I think these three players are all products of their experience. Yellen received her Ph.D in 1971. Fischer in 1969. Both experienced the Great Inflation first hand. Brainard earned her Ph.D in 1989. Her professional experience is dominated by the Great Moderation.

        I think Yellen wants to raise interest rates. I think Fischer wants to raise rates. I think both believe the downward pressure on inflation due to labor market slack is minimal, and the Phillips Curve will soon assert itself. I think both do not find the risks as asymmetric as does Brainard. I think they believe the risk of inflation is actually quite high. Or, probably more accurately, that the risk of destabilizing inflation expectations is quite high.

        I think that Brainard knows this. I think that this speech is a very deliberate action by Brainard to let Yellen and Fischer know that she will not got quietly into the night if they push forward with their plans. I think that she is sending the message that they will not have just one dissent from a soon-to-be-replace regional president (Chicago Federal Reserve President Charles Evans), but a more-difficult-to-ignore Fed governor still voting when January 1 rolls around.

        And now that Brainard has laid down the gauntlet, it will look very, very bad for Yellen and Fischer if their plans go sideways. This is very likely the last big decision of their careers. They know what happened to Greenspan’s legacy. I doubt they want the same treatment. Why risk their reputations when the cost of waiting is a 25bp move every meeting instead of every other meeting? Is it worth it?

        Brad DeLong suggested the Fed commit to one of two policy messages:

        I must say that they are not doing too well at the clear-communication part. I want to see one of following things in Fed statements:

        1. We will begin raising interest rates in December at a pace of basis points per quarter, unless economic growth and inflation fall substantially short of our current forecast expectations.
        2. We will delay raising interest rates until we are confident that it will not be appropriate to return them to the zero lower bound after liftoff.

        If we had one of these, we would know where we stand.

        But Stan Fischer's speech provides us with neither.

        I think that Fischer wants the first option, but knows Brainard’s views, and hence knows that December is not a sure thing if Brainard can build momentum for her position. Hence the muddled message. Brainard could be the force that drives the Fed toward option number two. An option closer to that of Evans and Minneapolis Federal Reserve President Narayana Kocherlakota. That would be a game changer.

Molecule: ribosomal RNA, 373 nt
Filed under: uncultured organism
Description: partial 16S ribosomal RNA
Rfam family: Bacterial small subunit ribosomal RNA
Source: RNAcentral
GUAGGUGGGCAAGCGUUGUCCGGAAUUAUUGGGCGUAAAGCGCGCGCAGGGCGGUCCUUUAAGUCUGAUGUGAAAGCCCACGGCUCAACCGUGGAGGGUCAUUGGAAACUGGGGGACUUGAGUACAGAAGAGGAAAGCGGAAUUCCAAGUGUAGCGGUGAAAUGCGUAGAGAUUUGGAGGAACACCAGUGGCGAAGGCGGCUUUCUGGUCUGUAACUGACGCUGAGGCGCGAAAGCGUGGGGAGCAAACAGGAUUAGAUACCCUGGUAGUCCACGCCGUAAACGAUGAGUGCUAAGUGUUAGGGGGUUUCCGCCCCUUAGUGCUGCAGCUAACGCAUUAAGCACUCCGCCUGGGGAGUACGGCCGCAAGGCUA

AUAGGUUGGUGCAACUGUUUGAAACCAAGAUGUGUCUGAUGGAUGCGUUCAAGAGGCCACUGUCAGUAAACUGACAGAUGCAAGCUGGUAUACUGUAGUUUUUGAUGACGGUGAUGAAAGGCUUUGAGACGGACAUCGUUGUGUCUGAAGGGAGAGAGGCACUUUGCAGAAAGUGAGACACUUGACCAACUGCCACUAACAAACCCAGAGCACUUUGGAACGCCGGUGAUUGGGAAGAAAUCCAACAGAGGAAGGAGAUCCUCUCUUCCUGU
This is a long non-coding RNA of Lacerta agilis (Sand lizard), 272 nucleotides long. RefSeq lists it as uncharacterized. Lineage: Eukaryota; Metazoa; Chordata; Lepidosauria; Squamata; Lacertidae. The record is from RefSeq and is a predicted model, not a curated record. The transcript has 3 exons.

Bottom Line: This is the most exciting speech I have read in forever. Not necessarily for the content. But for the politics. Evans and Kocherlakota are no longer the lunatic fringe. This could be a real game changer that shifts the Fed toward the Evans view of the world, with no rate hike until mid-2016. Brainard muddied further the already murky December waters.

          Posted by on Tuesday, October 13, 2015 at 12:24 AM in Economics, Fed Watch, Monetary Policy | Permalink  Comments (47) 

          Links for 10-13-15

            Posted by on Tuesday, October 13, 2015 at 12:06 AM in Economics, Links | Permalink  Comments (135) 

            Monday, October 12, 2015

            'Why So Slow? A Gradual Return for Interest Rates'

            This Economic Letter from Vasco Cúrdia of the SF Fed finds that even though interest rates are very low, so is the natural rate of interest, and that implies that monetary policy is "relatively tight."  "The model projections for the natural rate are consistent with the federal funds rate only gradually returning to normal over the next few years, although substantial uncertainty surrounds this forecast":

            Why So Slow? A Gradual Return for Interest Rates: Short-term interest rates in the United States have been very low since the financial crisis. Projections of the natural rate of interest indicate that a gradual return of short-term interest rates to normal over the next five years is consistent with promoting maximum employment and stable inflation. Uncertainty about the natural rate that is most consistent with an economy at its full potential suggests that the pace of normalization may be even more gradual than implied by these projections.